Audiences for oral presentations and poster sessions at academic conferences often want more information about a particular topic. One way to provide this, obviously, is to create printed flyers or brochures and hope that you’ve brought enough copies for everyone who’s interested. But what if your printed handout doesn’t make it all the way back on your audience member’s trip home?
During the 2011 Digital Humanities conference at Stanford University (currently underway) some people are making use of QR codes, a specific kind of two-dimensional bar code (also known as a matrix code).
For example, Peter Organisciak gave a talk entitled “When to Ask For Help: Evaluating Projects For Crowdsourcing,” and on one of his presentation slides–as you can see in the photo at the start of this post–he displayed this QR code:
Those of us in the audience with smartphone apps that can read (and interpret) QR codes were able to snap a picture using the camera and then visit the associated page online. (Those without such apps, by the way, could instead use the URL shortcut
http://bit.ly/dh-crowd, also displayed on the slide.)
For our poster presentation–entitled “Applying Universal Design Principles to a Digital Humanities Project“– we also used a combination of QR code and shortened URL. Some people who came by our poster wrote down the URL (
http://bit.ly/ud-dh11), and some of them used their smartphones in combination with the QR code.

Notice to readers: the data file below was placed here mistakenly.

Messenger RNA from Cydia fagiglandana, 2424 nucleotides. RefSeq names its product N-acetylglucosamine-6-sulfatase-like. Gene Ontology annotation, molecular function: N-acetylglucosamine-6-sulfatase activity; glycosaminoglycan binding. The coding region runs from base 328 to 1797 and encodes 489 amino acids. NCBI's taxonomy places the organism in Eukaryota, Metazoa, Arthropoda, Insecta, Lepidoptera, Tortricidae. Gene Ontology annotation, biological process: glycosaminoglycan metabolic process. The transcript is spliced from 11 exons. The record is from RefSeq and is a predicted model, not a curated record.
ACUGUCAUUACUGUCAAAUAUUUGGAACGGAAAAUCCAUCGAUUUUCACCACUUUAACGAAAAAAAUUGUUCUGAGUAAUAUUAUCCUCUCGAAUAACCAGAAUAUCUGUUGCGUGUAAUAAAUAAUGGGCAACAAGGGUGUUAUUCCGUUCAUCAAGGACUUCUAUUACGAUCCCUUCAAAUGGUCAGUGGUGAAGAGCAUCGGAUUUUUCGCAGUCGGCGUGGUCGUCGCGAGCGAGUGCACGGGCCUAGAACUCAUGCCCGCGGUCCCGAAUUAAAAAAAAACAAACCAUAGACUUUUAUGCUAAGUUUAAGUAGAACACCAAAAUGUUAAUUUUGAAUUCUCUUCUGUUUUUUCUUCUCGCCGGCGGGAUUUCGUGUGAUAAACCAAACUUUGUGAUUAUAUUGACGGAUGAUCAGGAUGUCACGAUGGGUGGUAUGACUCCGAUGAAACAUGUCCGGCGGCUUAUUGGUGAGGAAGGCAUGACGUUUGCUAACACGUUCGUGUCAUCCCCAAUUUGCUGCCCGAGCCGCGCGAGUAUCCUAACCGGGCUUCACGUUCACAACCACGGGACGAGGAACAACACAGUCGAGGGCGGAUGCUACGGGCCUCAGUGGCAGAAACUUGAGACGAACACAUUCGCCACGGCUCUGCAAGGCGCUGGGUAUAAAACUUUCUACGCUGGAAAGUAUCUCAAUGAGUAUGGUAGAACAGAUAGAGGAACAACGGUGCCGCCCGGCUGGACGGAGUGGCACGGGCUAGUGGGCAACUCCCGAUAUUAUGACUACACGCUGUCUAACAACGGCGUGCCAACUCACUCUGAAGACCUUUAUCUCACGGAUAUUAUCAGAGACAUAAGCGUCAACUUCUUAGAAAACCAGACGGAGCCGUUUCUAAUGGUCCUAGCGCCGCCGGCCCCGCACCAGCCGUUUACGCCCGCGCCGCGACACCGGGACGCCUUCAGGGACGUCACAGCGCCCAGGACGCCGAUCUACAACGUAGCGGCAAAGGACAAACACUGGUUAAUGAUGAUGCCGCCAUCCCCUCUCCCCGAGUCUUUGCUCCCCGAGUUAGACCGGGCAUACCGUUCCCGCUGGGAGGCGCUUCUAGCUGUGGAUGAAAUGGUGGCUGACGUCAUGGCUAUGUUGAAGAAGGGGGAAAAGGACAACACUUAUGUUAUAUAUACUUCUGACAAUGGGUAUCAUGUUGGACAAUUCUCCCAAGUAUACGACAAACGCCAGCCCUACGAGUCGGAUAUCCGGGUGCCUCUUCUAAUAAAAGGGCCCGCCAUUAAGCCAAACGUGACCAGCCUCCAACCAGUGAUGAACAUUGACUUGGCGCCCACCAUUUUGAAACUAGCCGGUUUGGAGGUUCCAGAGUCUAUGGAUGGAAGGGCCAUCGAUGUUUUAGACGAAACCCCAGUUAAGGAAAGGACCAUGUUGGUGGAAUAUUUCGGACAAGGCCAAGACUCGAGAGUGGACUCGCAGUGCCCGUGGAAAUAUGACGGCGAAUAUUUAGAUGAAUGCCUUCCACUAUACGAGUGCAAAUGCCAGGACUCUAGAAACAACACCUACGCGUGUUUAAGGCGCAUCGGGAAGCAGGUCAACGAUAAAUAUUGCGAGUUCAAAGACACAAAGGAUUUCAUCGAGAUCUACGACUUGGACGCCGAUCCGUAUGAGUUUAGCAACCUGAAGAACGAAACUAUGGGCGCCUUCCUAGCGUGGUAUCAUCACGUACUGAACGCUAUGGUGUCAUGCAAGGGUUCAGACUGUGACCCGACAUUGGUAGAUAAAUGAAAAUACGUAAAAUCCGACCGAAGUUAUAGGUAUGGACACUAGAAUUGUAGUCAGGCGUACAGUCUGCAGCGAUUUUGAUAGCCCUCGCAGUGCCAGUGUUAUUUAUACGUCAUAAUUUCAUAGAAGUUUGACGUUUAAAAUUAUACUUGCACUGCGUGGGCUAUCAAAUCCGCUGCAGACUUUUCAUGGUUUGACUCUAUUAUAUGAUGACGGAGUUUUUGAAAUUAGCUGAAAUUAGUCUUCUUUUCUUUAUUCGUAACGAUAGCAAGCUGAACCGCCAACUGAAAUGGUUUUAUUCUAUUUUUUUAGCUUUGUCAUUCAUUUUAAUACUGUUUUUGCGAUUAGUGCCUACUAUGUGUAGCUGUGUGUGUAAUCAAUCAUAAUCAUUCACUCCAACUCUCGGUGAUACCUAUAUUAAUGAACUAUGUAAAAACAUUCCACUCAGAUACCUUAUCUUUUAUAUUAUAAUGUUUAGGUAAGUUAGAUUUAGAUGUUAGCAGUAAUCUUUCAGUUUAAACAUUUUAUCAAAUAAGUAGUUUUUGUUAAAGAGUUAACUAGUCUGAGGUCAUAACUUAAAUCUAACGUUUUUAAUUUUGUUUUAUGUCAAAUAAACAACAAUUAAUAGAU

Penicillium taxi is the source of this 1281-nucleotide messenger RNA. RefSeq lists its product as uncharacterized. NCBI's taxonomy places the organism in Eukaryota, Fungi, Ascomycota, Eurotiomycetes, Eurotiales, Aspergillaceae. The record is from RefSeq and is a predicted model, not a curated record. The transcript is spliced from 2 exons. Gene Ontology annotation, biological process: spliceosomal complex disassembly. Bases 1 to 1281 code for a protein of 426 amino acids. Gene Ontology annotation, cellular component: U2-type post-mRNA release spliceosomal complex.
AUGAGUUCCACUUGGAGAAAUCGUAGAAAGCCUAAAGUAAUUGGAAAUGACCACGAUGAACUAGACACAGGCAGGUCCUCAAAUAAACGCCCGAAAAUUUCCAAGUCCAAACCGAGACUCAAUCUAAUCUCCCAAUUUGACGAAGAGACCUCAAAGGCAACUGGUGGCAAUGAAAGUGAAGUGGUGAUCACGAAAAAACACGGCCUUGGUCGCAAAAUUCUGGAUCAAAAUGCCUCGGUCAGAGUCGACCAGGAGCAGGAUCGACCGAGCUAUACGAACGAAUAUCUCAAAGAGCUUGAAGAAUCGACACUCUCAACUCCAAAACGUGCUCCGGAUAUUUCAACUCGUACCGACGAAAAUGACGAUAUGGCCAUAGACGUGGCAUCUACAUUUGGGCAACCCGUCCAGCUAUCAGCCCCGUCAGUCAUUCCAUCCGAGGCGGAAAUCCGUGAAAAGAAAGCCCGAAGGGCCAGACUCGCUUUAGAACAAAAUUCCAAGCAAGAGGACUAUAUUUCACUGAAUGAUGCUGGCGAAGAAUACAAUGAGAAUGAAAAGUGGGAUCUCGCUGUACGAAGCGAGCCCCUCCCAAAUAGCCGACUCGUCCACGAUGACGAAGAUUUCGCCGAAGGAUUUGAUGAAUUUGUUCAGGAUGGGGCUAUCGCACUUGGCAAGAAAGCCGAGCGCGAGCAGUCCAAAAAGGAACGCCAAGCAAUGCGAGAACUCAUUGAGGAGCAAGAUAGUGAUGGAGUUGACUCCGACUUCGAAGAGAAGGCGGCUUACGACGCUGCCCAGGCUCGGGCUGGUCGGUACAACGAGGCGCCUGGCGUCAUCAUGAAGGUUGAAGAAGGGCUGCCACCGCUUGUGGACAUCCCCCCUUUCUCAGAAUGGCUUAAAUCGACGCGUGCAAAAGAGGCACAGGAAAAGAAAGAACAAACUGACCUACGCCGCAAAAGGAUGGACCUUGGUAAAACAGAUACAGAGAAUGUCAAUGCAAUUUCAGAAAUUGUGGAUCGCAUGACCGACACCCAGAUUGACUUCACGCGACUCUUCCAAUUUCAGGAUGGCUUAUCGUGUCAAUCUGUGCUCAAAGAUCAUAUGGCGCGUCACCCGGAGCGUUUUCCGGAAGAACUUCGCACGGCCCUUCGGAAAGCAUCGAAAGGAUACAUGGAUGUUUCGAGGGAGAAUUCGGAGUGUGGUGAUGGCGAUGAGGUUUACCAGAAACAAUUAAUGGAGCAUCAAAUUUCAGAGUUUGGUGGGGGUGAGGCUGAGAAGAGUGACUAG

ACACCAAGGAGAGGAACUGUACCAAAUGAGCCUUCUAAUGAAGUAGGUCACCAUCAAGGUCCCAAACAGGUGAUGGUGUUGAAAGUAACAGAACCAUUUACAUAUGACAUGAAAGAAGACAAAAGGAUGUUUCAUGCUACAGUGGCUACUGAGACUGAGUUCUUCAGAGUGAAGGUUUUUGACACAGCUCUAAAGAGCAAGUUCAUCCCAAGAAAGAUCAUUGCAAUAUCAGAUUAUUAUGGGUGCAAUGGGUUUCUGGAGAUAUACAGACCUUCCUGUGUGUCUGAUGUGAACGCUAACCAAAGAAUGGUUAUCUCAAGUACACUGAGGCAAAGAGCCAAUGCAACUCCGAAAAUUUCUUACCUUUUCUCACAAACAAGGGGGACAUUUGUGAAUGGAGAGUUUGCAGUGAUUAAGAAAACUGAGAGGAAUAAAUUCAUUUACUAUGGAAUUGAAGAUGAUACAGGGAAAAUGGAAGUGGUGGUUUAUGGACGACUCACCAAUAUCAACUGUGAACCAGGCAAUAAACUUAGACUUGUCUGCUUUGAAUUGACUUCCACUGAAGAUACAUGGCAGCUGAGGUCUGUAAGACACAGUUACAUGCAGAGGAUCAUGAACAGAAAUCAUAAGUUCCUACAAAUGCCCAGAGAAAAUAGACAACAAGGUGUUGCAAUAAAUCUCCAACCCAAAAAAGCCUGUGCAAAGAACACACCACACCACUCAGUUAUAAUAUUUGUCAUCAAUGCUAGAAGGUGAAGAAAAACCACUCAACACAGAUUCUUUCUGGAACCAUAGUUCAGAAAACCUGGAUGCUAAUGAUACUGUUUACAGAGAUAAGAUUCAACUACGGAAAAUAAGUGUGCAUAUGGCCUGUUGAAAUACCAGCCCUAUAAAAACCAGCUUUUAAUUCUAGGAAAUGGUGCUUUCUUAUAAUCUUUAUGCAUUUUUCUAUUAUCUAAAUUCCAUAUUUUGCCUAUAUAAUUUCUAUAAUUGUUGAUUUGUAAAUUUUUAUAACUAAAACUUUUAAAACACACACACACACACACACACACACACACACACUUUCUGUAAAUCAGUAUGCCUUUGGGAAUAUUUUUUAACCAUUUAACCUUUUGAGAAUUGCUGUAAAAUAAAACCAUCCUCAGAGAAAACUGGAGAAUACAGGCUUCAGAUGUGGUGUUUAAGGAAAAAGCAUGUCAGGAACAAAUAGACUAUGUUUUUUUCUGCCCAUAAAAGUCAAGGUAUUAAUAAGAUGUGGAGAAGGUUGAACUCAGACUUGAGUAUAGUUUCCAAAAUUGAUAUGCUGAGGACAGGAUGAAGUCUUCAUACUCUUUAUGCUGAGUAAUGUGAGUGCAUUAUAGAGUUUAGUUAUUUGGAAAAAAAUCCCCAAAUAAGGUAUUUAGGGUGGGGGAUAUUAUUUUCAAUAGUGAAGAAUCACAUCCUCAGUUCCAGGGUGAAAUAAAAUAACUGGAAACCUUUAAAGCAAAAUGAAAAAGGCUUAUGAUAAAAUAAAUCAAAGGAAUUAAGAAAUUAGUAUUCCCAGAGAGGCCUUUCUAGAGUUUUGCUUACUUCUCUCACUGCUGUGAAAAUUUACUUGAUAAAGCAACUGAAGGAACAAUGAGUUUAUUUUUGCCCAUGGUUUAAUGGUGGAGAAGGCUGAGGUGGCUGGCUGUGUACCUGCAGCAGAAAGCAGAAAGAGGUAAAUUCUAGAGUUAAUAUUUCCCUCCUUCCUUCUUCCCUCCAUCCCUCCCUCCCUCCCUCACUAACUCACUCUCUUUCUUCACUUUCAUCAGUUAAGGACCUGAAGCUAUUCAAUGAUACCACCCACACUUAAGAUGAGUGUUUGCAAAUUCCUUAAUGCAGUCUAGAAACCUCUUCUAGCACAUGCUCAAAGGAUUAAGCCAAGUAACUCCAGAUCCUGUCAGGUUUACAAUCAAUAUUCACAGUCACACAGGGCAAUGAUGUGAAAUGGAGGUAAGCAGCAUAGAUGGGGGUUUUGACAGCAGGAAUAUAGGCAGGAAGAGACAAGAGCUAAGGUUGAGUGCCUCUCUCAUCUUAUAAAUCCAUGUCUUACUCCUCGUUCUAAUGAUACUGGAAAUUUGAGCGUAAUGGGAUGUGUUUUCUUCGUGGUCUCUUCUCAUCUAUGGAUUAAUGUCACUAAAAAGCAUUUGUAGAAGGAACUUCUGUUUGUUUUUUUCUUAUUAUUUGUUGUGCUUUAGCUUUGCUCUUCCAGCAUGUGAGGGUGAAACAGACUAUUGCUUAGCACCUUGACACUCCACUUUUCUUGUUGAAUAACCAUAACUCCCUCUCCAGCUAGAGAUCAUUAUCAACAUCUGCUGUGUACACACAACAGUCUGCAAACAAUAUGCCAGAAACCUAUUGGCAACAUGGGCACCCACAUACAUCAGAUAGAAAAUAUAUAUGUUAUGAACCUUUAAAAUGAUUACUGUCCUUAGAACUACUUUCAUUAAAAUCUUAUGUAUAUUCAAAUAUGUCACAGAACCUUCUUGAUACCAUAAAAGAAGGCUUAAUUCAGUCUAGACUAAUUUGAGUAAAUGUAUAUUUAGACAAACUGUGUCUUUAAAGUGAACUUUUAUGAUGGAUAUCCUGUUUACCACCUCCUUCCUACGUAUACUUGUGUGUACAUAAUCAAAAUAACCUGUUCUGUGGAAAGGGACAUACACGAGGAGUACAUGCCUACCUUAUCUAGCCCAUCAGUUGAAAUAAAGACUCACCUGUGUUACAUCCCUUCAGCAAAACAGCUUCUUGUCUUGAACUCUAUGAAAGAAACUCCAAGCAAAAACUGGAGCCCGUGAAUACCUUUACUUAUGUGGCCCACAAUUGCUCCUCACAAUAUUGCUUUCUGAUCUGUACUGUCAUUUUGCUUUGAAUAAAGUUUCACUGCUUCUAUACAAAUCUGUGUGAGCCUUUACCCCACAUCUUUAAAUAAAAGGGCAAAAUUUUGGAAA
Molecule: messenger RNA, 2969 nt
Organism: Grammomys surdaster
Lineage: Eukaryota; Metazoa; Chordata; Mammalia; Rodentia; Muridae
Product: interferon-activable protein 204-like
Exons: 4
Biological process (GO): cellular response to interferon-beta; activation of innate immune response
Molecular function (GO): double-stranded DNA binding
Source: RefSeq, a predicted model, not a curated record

I’ve also seen a few (but only a few!) other presentations and posters make use of such a visual code. I use a free and user-friendly iPhone app called Scan to read and interpret QR codes, but there are plenty of other apps to choose from for iOS devices as well as for Android and Blackberry smartphones.
If you’re interested in creating your own QR code, it’s not hard to find an online service that allows you to do that. I’ve found this one particularly easy, for example.
QR codes are not the only kind of matrix codes in use today. Other possibilities include SPARQCodes, Semacodes, and Microsoft Tags. However, I don’t have enough experience with the different options to be able to discuss their relative strengths and weaknesses.
How about you? Do you use matrix codes? What has your experience been like? Let us hear from you in the comments!